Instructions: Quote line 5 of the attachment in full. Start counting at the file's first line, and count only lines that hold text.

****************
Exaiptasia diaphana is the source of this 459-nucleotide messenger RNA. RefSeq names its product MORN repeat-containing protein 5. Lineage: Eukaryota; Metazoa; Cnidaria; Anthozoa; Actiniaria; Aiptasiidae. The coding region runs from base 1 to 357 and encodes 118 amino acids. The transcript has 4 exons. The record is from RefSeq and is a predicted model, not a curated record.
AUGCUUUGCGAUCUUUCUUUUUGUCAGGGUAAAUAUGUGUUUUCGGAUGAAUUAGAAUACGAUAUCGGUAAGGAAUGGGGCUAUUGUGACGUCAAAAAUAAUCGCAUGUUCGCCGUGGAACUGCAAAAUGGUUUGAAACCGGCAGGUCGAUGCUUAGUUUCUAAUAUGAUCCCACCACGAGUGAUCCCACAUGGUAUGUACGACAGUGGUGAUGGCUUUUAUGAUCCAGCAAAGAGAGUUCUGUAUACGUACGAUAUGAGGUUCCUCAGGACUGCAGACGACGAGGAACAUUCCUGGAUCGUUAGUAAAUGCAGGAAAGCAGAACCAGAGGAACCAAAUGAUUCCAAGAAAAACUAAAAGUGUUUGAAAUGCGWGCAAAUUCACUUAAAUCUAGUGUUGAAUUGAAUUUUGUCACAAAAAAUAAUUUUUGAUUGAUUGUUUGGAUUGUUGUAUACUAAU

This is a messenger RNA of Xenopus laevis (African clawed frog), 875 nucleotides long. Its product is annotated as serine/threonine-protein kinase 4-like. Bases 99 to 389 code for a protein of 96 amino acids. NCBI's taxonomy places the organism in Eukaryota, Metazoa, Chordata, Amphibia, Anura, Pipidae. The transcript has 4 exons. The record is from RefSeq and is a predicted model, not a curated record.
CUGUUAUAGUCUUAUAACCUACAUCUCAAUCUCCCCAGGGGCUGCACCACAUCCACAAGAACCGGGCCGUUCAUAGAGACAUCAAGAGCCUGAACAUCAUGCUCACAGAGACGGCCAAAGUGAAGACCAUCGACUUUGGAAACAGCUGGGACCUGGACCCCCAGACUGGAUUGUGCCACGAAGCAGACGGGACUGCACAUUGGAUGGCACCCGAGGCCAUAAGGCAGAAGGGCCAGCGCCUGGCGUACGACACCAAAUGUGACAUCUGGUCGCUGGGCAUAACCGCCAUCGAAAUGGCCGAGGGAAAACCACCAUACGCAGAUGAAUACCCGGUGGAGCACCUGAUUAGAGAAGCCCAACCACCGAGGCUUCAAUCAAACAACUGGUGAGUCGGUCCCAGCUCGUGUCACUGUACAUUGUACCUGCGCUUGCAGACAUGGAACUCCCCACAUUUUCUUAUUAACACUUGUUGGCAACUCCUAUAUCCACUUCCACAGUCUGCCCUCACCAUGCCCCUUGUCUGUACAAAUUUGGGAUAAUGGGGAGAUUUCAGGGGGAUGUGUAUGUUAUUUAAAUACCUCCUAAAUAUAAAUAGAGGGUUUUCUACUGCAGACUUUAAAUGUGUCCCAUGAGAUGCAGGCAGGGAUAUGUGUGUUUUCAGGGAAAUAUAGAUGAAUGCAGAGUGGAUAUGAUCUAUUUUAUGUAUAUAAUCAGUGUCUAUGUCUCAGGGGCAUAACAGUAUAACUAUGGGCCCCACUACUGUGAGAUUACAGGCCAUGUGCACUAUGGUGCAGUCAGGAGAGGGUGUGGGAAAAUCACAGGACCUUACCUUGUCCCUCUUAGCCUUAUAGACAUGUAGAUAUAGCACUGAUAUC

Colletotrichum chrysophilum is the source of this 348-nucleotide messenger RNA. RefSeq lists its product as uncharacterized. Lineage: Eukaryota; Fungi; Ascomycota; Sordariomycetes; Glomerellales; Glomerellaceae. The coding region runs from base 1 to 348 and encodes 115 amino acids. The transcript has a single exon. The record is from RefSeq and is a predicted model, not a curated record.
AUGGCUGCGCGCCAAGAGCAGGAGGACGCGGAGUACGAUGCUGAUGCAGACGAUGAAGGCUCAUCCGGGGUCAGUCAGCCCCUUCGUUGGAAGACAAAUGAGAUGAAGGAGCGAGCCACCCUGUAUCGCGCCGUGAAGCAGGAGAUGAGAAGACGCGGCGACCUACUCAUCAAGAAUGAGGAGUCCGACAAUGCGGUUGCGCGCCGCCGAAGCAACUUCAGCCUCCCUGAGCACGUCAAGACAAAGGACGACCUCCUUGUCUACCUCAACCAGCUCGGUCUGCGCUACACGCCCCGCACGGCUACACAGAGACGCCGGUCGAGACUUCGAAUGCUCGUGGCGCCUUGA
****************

Colletotrichum chrysophilum is the source of this 348-nucleotide messenger RNA. RefSeq lists its product as uncharacterized. Lineage: Eukaryota; Fungi; Ascomycota; Sordariomycetes; Glomerellales; Glomerellaceae. The coding region runs from base 1 to 348 and encodes 115 amino acids. The transcript has a single exon. The record is from RefSeq and is a predicted model, not a curated record.